Friday, September 26, 2014

Why DO We Drive?

I just realized after reading a short semi-graphic book (short in size too), sent to me by my son Jesse, that America is not just a car culture, it's also an oil, gas and coal culture just to run our 254.4 million passenger vehicles. Our car culture began with Ford's assembly-line produced Model A's and T's at the turn of the century, as if the petroleum and steel industries weren't big enough already. Then came WW I and II, and the massive expansion of those industries to build (necessary), war equipment. All those production plants had to be used for something, and so the great leader of GM, Alfred P. Sloan made it his mission to "reorder society" -- "to alter the environment where automobiles are sold."

So the push for autos and roads became a national obsession. After WW II tens of thousands of 25x30 foot wooden boxes were built by Bill Levitt, here in Willingboro NJ for example, or Levittown PA just across the river -- mazes of roads and homes that directly created suburbia and -- sprawl. And all governments, federal, state and local, established Departments of Transportation with huge powers to fund and build those roads, along with turnpike authorities. But toll roads didn't cut the mustard so motor fuel taxes were established by these conglomerates, with taxing authority granted by legislatures across the country - to build more roads and more sprawl. 

I can attest to that sprawl. As early as 1979 I drove from Costa Mesa California north 42 solid miles to Los Angeles and did not know what town I was in except for small signs. It was one continuous swath of residences, businesses and strip malls, and roads - freeways paid for by tax dollars, not free at all (and they shouldn't be). The NJ Turnpike is marked by exits every 10 miles or so with urban or suburban sprawl at each terminus. The NJ Garden State Parkway, from Central Jersey to the far north is one continuous city full of roads.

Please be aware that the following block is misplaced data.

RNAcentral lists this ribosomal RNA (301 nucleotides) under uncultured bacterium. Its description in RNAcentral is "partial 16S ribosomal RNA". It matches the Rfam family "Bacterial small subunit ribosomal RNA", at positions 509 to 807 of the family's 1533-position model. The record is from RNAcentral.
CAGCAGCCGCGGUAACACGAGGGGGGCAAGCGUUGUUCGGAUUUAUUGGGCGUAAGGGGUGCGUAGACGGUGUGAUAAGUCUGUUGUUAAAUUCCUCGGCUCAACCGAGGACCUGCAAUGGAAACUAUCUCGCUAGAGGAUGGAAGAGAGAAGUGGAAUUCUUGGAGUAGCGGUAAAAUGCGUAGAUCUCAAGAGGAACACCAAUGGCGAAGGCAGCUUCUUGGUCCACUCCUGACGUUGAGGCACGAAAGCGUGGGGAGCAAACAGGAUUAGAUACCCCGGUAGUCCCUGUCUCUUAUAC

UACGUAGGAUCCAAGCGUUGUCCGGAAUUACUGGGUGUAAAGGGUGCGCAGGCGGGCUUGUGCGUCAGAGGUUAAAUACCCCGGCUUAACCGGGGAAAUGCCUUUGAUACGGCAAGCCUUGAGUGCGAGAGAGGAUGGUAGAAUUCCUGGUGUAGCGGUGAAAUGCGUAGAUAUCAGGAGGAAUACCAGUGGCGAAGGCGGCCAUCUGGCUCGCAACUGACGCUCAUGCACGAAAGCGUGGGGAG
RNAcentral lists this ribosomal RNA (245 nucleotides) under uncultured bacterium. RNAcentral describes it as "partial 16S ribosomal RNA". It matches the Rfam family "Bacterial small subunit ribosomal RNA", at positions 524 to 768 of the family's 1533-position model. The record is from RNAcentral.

You get the picture because you are the picture. We're a country of roads that go somewhere, and vehicles to get us to that somewhere. I'm not proposing we level Willingboro or Levittown to build bike paths, 3 or 4 story condos, and parks. But...

I do strongly recommend you take a few minutes and order Why We Drive by Andy Singer from Amazon for only 6 bucks used. 8 new. It's an eye-opener. It builds the strongest case yet for a transition away from petroleum vehicles, and I will say we should immediately only produce hybrid vehicles (electric/gas), then finish technologies like hydrogen and fusion to eliminate these harmful pollutants forever. Yes, I believe the dire warnings, all ready to late, that we are destroying humanity and the planet, "The Climate Change Problem" if you will.

I for one vow right now not to buy another car unless it's a hybrid. I'm still researching benefits of all electric, what with their need for more power plants and added infrastructure, but, but, even that is better than producing CO2 and living in smog like I did when visiting L.A., with their daily "Smog Index" number.

Just to be purely selfish about all this, I don't want to end up visiting our grandaughter in Manhattan and wearing a breathing mask like they do every day in Bejing - unable to take her outside for just a walk or park visit.

How about you?

Best, Rod

Copyright Rodney Richards 2014

What Should the Raise in NJ Gas Taxes Pay For?

Not just roads, roads, roads - that's for sure. The Transportation Trust Fund, created by the NJ Legislature decades ago to be a funding and spending mechanism for building roads only, is at $950 million a year, grossly out of whack it would seem to me. What roads do we have or need that require expenditures of $950 million -- every year?  The debt we'll be paying for generations is staggering, with bonds floated EVERY YEAR, that now each have a 21 year year debt service. Yet every modern planner, environmentalists, urban planners and others all recognize the need for planned communities with fewer roads and intermodal transportation like light rail, modern trolley systems, parks, greenways, bike lanes, buses, and paths and other community, non-car and truck spaces.

I remember the sleek modern electric trolley (no hanging wires), my mother and I rode from our 3-star hotel on the outskirts of the city to Dublin Ireland's hip new walking shops and city blocks full of sights. Minute by minute green bus tours with open tops full of passengers ambled by, dropping and picking up their passengers all around the city, even at its largest park (with free-roaming deer!), Museum of History, Museum of Art and other wonderful places we visited.